This biological impact could have been further alleviated if there were more smart cities in the world equipped with such technologies. According to a study conducted by University of Glasgow, only 27 out of 5,500 large cities worldwide have been known to take such drastic measures.
As the pandemic subsides, governments should focus on investing more on smart cities capable of handling the next black swan event in the future. And the major players taking full advantage of this shift would be smart countries; tech-based companies like Microsoft, Cisco, Siemens, etc.; and other digitally-equipped startups across the globe.
Mental health programs will be channelized through digital means
We can easily predict that COVID-19 will further strengthen the organizations’ and employees’ belief in favor of remote working and online education. The real concern is what will happen when a huge number of workforce turns to remote working, especially for an indefinite period.
Albeit, the move will visibly affect the morale, motivation, and productivity of employees and businesses need to be prepared for such a massive corporate acclimation.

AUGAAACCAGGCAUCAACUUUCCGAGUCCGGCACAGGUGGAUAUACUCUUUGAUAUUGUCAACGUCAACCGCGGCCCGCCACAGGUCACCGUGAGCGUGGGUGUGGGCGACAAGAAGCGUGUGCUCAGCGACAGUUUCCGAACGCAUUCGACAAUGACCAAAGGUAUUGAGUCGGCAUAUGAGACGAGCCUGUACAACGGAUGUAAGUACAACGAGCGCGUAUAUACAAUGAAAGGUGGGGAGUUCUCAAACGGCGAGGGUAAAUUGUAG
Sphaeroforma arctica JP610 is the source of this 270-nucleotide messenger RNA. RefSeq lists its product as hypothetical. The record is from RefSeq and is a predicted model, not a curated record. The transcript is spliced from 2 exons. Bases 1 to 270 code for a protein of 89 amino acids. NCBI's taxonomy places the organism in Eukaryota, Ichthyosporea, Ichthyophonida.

Companies who are willing to add human resources in a digital fashion for their workplace, unfortunately, the options are rather numbered for now. But firms like Humu, a startup by ex-Google HR chief Laszlo Bock, can avail the opportunity in this regard. Other names like Github, Automattic, etc., which mainly work through a remote collaboration model, can too capitalize on the opportunity and help other companies to cope with workflow change.
It can be noted that individuals are actually enjoying working remotely. Hence, health-based startups like Moment Pebble and Braive can assist employees with isolation concerns, and networking tools like Ripple can act as an aide in mentoring and cognitive development concerns associated with remote working personnel.
How does the post-coronavirus world look like?
COVID-19 has proven to be a great debacle with surreal repercussions still to surface for both the corporate world and at a more social and personal level. Obviously, businesses need to prioritize the health and safety of their employees, suppliers, partners, and other concerned stakeholders.
In the long run, we’ll clearly see how COVID-19 has changed the way businesses operate. Nevertheless, companies that’ll work on the underlying changes will succeed, and the ones trying not to digress from their traditional business models will greatly risk jeopardizing their businesses.
Imran Abdul Rauf is a Digital Marketing Strategist, employed at CMOLDS, and specializes in content marketing, email marketing campaigns, lead generation, and other aspects of digital marketing. A content enthusiast by the day, and hardcore gamer by night, Imran is also a regular guest contributor at some of the top tech and digital marketing platforms.